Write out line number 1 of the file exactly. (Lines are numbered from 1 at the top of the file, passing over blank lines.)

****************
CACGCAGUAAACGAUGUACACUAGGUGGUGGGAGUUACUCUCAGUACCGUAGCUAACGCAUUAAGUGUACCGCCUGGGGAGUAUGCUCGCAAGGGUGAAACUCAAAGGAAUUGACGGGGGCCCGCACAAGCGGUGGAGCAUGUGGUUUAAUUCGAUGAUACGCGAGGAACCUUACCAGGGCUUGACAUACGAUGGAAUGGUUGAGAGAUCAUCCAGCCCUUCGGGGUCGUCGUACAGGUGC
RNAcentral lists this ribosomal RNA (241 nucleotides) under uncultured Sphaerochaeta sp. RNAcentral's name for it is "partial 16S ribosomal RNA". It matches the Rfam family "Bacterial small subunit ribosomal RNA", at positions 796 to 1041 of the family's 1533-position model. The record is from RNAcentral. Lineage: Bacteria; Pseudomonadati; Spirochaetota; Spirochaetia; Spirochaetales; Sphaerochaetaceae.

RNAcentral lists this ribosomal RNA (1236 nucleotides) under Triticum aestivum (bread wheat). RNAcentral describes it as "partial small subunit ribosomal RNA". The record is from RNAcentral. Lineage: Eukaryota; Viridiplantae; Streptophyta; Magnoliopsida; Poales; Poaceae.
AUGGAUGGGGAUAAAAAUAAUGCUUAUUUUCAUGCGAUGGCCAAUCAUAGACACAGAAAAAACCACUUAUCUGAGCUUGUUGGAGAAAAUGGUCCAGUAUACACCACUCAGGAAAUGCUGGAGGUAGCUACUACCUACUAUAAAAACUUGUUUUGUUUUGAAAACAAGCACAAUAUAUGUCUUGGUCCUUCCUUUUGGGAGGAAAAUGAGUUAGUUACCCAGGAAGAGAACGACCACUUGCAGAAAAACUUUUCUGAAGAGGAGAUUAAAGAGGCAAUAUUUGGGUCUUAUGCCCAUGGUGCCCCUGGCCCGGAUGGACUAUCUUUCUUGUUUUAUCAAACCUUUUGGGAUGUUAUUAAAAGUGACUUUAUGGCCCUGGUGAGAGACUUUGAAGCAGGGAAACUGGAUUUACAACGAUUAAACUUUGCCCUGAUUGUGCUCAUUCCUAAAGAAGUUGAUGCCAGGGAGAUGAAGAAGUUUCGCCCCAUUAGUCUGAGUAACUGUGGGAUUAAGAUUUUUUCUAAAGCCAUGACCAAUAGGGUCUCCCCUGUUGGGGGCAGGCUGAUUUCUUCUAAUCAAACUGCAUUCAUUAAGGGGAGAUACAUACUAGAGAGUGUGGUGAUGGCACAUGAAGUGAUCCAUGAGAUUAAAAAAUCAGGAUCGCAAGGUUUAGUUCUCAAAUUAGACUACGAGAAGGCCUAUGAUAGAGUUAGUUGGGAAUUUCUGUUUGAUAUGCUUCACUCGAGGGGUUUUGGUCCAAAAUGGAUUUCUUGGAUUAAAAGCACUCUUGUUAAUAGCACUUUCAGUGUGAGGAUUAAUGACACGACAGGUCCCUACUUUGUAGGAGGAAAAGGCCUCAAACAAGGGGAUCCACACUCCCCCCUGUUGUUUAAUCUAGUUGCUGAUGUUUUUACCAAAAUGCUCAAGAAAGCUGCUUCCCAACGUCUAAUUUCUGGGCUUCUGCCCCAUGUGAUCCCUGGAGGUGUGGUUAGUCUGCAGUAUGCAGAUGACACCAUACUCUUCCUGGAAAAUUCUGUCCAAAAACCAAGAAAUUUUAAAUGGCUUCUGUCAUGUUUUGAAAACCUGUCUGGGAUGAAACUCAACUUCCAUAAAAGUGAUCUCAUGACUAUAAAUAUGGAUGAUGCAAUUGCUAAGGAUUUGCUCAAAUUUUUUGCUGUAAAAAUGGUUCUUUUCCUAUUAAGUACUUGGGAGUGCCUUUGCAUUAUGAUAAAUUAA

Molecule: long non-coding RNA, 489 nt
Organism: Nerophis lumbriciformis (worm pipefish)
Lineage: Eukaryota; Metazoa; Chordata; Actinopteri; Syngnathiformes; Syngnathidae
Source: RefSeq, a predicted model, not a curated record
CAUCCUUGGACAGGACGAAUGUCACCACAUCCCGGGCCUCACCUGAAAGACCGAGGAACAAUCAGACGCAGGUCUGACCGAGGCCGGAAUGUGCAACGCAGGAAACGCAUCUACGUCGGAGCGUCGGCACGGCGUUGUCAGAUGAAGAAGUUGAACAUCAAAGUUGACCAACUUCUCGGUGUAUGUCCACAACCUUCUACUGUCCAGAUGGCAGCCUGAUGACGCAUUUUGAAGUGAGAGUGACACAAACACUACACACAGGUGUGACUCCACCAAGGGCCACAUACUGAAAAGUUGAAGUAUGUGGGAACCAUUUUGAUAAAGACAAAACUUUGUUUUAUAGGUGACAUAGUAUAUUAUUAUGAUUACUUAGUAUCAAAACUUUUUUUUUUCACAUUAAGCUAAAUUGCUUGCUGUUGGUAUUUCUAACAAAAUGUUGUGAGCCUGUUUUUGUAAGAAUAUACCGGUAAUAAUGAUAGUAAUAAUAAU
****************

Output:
CACGCAGUAAACGAUGUACACUAGGUGGUGGGAGUUACUCUCAGUACCGUAGCUAACGCAUUAAGUGUACCGCCUGGGGAGUAUGCUCGCAAGGGUGAAACUCAAAGGAAUUGACGGGGGCCCGCACAAGCGGUGGAGCAUGUGGUUUAAUUCGAUGAUACGCGAGGAACCUUACCAGGGCUUGACAUACGAUGGAAUGGUUGAGAGAUCAUCCAGCCCUUCGGGGUCGUCGUACAGGUGC